Learned counsel reiterated that the Electoral Act does not recognize the position of a runner-up in a primary election and it is legally impossible for the 1st Respondent’s name to have been submitted to the 3rd Respondent, having not satisfied the provisions of Section 84 (5) (c) (ii) of the Electoral Act.
1st Respondent’s counsel stated that there is no provision either in the Electoral Act, 2022 or in the Electoral guidelines of the 2nd Respondent or its Constitution that stipulates that upon the withdrawal of the winner of a primary election, the name of the runner up should be submitted to the Independent National Electoral Commission and similarly, there is no provision in the said documents that forbids the forwarding of the name of the runner up in a primary where the winner withdraws before his name is submitted to the 3rd Respondent. He contended that the winner of the primary election having withdrawn his candidacy before his name was submitted to the INEC, leaves the 1st Respondent as aspirant with the highest number of votes cast. Hence, the name of the 1st Respondent ought to have been forwarded to the 3rd Respondent.
In reply to the 1st Respondent’s counsel’s contention that the 1st Respondent’s name as runner up ought to have been submitted to the 3rd Respondent, the Appellant’s counsel opined that this submission is a grave misconception of the law.
He pointed that had the legislature have the intention to mandate political parties to forward the name of a runner up in a primary election in circumstances such as the instant, it would have clearly stated so.
In a majority decision, the appeal was allowed. Emmanuel Akomaye Agim, JSC dissented.
ELECTORAL MATTERS- WITHDRAWAL OF CANDIDATE: Whether the first runner-up can replace the winner of a primary election upon the withdrawal of the winner before the submission of his name to INEC
” …Thus, Section 84 (5) (c) (II) of the Electoral Act, 2022, provides as follows:
“In the case of nominations to the position of a senatorial candidate, a member of House of Representatives and a Member of a State House of Representatives and a Member of a State House of Assembly, the political party shall, where it intends to sponsor candidates-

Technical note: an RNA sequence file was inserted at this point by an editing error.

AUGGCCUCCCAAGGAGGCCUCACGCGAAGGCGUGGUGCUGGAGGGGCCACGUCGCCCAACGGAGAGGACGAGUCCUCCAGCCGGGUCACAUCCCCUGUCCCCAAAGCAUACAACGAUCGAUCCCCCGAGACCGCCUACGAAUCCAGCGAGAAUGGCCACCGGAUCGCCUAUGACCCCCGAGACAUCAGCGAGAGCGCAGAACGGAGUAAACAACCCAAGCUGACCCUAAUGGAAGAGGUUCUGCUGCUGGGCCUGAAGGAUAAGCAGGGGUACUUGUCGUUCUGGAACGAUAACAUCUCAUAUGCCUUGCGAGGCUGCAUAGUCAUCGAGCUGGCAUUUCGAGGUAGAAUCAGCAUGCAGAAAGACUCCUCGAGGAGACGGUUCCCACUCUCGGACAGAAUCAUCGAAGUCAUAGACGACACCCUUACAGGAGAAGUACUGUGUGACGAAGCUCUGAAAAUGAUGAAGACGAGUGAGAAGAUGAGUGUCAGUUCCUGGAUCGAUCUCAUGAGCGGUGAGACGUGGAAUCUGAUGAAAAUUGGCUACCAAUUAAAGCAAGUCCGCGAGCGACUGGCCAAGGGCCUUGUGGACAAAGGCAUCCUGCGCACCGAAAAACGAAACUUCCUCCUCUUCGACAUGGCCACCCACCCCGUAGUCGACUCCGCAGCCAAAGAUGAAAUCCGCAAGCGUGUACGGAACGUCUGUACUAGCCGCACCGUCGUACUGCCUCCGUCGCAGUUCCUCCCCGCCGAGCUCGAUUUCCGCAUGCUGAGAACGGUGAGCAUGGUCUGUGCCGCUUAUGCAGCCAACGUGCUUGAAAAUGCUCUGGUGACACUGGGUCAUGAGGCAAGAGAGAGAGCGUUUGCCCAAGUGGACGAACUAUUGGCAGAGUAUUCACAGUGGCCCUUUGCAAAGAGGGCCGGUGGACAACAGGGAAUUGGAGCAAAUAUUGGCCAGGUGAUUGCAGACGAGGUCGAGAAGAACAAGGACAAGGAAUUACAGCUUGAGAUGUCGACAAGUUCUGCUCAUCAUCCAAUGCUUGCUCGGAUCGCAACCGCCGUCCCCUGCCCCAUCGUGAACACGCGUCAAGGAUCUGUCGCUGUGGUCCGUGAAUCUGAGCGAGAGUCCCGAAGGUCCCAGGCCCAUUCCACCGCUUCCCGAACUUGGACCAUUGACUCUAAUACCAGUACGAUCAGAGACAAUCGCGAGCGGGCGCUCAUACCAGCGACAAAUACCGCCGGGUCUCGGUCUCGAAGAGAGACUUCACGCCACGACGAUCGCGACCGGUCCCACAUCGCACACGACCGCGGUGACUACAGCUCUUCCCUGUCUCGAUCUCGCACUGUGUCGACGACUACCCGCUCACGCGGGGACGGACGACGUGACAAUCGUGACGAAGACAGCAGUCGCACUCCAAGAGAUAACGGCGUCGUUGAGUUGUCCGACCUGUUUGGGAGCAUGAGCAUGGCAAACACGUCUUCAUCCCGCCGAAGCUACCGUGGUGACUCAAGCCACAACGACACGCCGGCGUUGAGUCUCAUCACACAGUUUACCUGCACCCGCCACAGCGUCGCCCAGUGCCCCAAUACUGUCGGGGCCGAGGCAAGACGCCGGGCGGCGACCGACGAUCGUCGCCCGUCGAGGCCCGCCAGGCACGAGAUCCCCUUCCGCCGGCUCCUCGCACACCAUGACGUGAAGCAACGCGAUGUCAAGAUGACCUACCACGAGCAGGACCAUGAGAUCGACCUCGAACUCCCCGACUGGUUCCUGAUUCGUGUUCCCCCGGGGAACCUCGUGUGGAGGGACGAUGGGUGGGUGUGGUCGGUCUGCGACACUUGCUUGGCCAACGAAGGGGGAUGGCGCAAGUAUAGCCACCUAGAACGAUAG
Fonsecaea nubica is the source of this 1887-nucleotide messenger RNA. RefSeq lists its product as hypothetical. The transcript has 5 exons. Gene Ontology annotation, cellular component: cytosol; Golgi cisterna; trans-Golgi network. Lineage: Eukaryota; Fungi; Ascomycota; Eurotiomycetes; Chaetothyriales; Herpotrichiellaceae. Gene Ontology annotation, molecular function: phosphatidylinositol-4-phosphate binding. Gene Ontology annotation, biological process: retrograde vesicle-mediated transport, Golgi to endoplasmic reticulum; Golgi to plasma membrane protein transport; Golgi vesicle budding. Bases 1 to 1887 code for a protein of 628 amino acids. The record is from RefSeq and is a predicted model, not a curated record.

(ii) The aspirant with the highest number of votes cast at the end of voting shall be declared the winner of the primaries of the party and the aspirant’s name shall be forwarded to the Commission as the candidate of the party.”
It follows then, from a literal interpretation of the above provision, only the name of the winner of a primary election, can be submitted to the 3rd Respondent. Thus, upon the withdrawal of the winner of the primary election held on May 24, 2022, there was no candidate to be sponsored by the 2nd Respondent. The 1st Respondent could not, therefore, be nominated by the 2nd Respondent without a valid primary election, as this was the statutory mode of selection. The position of a runner-up is not recognized under the Act, thereby rendering it impossible for the 1st Respondent’s name to have been submitted to the 3rd Respondent.
In compliance with the dictate of this provision, the 2nd Respondent after the winner of its primary election of May 24, 2022, withdrew, conducted another primary election on June 9, 2022, whereof the appellant emerged winner.
I am inclined to agree with the submission of learned senior counsel for the Appellant that the winner of the primary election of May 24, 2022, Alhaji Ibrahim Bawa Kamba, having withdrawn his candidacy on June 4, 2022, before the submission of his name to the 3rd Respondent, activates the provision of Section 33 of the Electoral Act.
The stipulations of Section 33 of the Electoral Act, therefore, is at all material times crucial to this appeal. It provides thus:
“A political party shall not be allowed to change or substitute its candidate whose name has been submitted pursuant to Section 29 of this Act, except in the case of death or withdrawal by the candidate;
Provided that in the case of such withdrawal or death of a candidate, the political party affected shall, within 14 days of the occurrence of the event, hold a fresh primary election to produce and submit a fresh candidate to the Commission for the election concerned.”
The more important reason why this section is crucial is because, besides this section, there is nowhere in the Electoral Act which makes mention of the possibility of the second respondent to replace the withdrawn candidate with the first runner-up or any other candidate, as the Electoral Act compels the submission of name of the winner of the primary election to the 3rd Respondent. The Act does not provide for a situation where the name of any person other than the winner of the primary election can be submitted to the 3rd Respondent.” Per NWEZE, J.S.C.